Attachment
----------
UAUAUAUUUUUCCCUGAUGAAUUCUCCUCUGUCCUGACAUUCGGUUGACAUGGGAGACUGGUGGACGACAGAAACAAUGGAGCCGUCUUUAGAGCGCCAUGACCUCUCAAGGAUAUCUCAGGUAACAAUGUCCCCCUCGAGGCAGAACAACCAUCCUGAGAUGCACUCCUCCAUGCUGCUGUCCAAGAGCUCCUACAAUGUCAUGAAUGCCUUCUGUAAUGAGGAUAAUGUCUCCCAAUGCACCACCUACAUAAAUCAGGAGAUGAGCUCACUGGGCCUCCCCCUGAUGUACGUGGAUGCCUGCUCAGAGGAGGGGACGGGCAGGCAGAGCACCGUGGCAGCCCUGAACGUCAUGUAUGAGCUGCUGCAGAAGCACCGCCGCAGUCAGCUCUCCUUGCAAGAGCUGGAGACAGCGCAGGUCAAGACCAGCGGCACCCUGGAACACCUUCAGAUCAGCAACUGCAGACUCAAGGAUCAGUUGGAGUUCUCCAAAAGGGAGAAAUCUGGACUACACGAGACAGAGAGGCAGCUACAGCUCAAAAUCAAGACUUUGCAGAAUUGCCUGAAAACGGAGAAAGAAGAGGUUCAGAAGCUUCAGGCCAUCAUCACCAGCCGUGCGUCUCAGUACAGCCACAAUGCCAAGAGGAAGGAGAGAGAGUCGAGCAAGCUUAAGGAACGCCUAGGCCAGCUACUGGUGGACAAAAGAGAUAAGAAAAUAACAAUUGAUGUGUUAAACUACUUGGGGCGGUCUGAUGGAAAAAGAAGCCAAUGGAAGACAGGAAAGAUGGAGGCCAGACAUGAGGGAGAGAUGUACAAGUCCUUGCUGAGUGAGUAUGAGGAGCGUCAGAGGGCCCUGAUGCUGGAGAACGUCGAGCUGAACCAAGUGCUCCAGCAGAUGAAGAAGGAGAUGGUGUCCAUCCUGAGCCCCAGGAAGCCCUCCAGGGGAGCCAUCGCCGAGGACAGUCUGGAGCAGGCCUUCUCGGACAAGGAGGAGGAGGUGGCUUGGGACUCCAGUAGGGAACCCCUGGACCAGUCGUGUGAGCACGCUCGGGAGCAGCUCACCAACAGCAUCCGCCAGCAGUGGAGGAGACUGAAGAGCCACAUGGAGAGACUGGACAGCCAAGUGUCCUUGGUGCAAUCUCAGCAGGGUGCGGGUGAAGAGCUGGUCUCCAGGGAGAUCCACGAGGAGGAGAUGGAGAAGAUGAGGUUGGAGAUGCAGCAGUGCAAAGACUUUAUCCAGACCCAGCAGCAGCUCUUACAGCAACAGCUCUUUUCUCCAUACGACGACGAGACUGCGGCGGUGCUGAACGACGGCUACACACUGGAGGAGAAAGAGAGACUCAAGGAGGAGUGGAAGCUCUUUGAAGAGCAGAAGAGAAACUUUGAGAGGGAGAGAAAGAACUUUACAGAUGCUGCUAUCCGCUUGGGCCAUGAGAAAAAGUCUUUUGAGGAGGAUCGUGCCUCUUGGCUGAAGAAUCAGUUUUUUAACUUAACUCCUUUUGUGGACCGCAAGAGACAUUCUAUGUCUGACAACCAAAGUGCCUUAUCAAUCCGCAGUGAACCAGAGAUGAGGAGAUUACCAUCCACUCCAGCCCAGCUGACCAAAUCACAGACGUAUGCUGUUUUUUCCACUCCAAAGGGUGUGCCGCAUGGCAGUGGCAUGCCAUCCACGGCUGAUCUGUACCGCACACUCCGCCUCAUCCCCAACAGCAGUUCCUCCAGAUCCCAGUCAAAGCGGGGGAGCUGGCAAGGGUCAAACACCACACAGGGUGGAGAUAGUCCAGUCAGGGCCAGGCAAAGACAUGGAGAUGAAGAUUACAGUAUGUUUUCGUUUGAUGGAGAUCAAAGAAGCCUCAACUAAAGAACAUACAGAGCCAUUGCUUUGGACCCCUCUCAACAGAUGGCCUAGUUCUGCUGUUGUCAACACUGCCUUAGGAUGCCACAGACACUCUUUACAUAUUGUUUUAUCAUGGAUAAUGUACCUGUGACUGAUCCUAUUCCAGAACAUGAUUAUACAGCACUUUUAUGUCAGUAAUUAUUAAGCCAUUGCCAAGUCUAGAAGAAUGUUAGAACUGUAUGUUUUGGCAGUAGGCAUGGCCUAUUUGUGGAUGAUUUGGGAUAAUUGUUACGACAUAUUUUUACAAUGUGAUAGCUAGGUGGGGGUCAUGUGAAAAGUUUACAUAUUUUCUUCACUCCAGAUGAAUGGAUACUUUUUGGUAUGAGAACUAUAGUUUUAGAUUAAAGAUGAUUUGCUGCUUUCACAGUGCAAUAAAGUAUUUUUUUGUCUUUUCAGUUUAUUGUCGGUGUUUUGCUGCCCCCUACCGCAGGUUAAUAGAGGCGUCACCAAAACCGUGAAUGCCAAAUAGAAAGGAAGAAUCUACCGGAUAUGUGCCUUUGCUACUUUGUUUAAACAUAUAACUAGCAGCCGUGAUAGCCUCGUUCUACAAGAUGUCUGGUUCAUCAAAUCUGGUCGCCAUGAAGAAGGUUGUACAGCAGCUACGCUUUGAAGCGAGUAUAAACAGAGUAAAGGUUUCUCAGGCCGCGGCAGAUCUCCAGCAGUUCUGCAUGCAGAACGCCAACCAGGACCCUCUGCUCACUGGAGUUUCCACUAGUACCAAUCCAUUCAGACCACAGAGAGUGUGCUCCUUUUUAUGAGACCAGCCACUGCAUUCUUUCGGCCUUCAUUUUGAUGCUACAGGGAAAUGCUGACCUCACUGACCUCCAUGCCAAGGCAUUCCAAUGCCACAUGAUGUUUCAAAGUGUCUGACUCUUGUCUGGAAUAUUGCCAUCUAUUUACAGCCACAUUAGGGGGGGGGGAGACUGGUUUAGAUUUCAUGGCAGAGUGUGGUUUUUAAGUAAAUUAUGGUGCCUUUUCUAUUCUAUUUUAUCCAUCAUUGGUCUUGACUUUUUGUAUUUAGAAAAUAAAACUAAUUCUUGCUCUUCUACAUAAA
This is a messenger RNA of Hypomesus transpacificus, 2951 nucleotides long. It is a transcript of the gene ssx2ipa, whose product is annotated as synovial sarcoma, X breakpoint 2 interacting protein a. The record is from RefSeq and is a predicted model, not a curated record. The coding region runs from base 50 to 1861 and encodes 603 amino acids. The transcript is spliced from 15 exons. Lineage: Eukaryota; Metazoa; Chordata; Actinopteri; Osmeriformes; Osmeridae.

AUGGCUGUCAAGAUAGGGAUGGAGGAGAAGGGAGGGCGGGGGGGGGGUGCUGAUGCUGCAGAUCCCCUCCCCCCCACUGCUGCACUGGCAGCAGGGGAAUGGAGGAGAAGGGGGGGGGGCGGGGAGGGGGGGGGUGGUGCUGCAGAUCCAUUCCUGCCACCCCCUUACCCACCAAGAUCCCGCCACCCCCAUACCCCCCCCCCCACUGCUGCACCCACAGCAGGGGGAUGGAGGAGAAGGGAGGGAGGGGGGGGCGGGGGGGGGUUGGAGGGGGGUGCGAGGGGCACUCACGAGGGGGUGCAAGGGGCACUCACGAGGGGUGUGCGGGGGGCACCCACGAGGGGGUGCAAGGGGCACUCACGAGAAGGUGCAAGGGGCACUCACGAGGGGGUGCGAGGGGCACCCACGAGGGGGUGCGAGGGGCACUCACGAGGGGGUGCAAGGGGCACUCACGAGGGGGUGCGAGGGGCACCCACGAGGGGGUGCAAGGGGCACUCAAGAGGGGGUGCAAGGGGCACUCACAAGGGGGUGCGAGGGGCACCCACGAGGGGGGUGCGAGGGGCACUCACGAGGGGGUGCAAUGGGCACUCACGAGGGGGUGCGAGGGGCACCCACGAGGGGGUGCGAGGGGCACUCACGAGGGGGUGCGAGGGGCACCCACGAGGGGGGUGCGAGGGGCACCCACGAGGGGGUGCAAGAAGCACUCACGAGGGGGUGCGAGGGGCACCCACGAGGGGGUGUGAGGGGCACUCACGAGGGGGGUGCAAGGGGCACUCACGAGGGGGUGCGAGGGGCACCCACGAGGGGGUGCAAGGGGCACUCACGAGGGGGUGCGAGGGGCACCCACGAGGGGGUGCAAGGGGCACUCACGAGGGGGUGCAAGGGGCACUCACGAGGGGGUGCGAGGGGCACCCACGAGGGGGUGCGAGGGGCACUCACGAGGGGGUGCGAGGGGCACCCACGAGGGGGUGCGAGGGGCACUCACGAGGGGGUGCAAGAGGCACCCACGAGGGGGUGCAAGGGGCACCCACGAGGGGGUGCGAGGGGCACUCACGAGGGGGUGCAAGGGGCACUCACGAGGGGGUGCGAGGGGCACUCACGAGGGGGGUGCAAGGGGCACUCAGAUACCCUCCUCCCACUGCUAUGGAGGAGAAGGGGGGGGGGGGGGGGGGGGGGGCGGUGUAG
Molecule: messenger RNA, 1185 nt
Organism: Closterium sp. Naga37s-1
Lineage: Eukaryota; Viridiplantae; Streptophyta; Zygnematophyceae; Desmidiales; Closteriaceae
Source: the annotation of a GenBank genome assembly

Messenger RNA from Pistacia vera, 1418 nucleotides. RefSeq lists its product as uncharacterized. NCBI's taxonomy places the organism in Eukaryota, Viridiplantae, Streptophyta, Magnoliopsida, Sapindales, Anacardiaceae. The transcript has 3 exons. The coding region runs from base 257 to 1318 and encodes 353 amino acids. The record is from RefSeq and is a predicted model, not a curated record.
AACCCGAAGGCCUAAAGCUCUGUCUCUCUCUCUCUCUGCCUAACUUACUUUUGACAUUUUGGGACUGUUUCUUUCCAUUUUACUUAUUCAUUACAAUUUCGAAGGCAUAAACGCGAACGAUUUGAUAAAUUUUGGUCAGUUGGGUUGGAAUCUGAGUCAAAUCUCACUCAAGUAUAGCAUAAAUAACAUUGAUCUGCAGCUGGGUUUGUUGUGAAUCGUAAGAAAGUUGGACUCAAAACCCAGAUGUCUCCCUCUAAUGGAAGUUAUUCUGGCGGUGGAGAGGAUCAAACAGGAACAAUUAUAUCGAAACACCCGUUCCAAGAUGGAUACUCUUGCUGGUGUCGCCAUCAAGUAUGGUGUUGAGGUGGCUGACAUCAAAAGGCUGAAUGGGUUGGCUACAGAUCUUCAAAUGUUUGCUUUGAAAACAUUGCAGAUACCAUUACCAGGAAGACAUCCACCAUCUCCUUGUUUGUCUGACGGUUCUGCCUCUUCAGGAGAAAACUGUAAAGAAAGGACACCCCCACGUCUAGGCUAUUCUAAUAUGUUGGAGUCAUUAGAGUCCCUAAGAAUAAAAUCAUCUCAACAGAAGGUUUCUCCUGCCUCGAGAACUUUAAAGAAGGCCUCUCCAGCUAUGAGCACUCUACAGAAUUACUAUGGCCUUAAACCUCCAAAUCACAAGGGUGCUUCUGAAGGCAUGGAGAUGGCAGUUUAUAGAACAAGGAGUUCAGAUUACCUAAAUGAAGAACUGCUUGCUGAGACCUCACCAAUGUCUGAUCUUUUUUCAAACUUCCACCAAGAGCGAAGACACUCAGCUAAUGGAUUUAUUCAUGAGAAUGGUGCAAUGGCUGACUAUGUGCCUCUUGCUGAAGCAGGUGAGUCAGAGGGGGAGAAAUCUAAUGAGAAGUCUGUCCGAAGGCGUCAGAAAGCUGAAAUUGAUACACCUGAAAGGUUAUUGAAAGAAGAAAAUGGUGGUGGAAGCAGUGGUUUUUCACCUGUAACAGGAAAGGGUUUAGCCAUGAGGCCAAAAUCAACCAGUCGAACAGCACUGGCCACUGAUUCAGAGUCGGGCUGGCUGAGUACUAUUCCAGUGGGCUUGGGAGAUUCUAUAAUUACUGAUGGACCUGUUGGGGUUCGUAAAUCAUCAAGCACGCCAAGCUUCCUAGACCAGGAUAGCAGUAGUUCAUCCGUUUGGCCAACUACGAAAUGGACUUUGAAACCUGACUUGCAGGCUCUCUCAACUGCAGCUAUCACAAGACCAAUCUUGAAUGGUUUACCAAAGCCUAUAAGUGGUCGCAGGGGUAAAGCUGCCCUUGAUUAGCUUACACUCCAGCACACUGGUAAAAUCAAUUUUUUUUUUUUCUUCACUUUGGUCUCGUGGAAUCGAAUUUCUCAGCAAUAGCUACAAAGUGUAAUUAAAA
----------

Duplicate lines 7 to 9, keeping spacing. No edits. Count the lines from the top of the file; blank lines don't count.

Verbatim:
Source: the annotation of a GenBank genome assembly

Messenger RNA from Pistacia vera, 1418 nucleotides. RefSeq lists its product as uncharacterized. NCBI's taxonomy places the organism in Eukaryota, Viridiplantae, Streptophyta, Magnoliopsida, Sapindales, Anacardiaceae. The transcript has 3 exons. The coding region runs from base 257 to 1318 and encodes 353 amino acids. The record is from RefSeq and is a predicted model, not a curated record.
AACCCGAAGGCCUAAAGCUCUGUCUCUCUCUCUCUCUGCCUAACUUACUUUUGACAUUUUGGGACUGUUUCUUUCCAUUUUACUUAUUCAUUACAAUUUCGAAGGCAUAAACGCGAACGAUUUGAUAAAUUUUGGUCAGUUGGGUUGGAAUCUGAGUCAAAUCUCACUCAAGUAUAGCAUAAAUAACAUUGAUCUGCAGCUGGGUUUGUUGUGAAUCGUAAGAAAGUUGGACUCAAAACCCAGAUGUCUCCCUCUAAUGGAAGUUAUUCUGGCGGUGGAGAGGAUCAAACAGGAACAAUUAUAUCGAAACACCCGUUCCAAGAUGGAUACUCUUGCUGGUGUCGCCAUCAAGUAUGGUGUUGAGGUGGCUGACAUCAAAAGGCUGAAUGGGUUGGCUACAGAUCUUCAAAUGUUUGCUUUGAAAACAUUGCAGAUACCAUUACCAGGAAGACAUCCACCAUCUCCUUGUUUGUCUGACGGUUCUGCCUCUUCAGGAGAAAACUGUAAAGAAAGGACACCCCCACGUCUAGGCUAUUCUAAUAUGUUGGAGUCAUUAGAGUCCCUAAGAAUAAAAUCAUCUCAACAGAAGGUUUCUCCUGCCUCGAGAACUUUAAAGAAGGCCUCUCCAGCUAUGAGCACUCUACAGAAUUACUAUGGCCUUAAACCUCCAAAUCACAAGGGUGCUUCUGAAGGCAUGGAGAUGGCAGUUUAUAGAACAAGGAGUUCAGAUUACCUAAAUGAAGAACUGCUUGCUGAGACCUCACCAAUGUCUGAUCUUUUUUCAAACUUCCACCAAGAGCGAAGACACUCAGCUAAUGGAUUUAUUCAUGAGAAUGGUGCAAUGGCUGACUAUGUGCCUCUUGCUGAAGCAGGUGAGUCAGAGGGGGAGAAAUCUAAUGAGAAGUCUGUCCGAAGGCGUCAGAAAGCUGAAAUUGAUACACCUGAAAGGUUAUUGAAAGAAGAAAAUGGUGGUGGAAGCAGUGGUUUUUCACCUGUAACAGGAAAGGGUUUAGCCAUGAGGCCAAAAUCAACCAGUCGAACAGCACUGGCCACUGAUUCAGAGUCGGGCUGGCUGAGUACUAUUCCAGUGGGCUUGGGAGAUUCUAUAAUUACUGAUGGACCUGUUGGGGUUCGUAAAUCAUCAAGCACGCCAAGCUUCCUAGACCAGGAUAGCAGUAGUUCAUCCGUUUGGCCAACUACGAAAUGGACUUUGAAACCUGACUUGCAGGCUCUCUCAACUGCAGCUAUCACAAGACCAAUCUUGAAUGGUUUACCAAAGCCUAUAAGUGGUCGCAGGGGUAAAGCUGCCCUUGAUUAGCUUACACUCCAGCACACUGGUAAAAUCAAUUUUUUUUUUUUCUUCACUUUGGUCUCGUGGAAUCGAAUUUCUCAGCAAUAGCUACAAAGUGUAAUUAAAA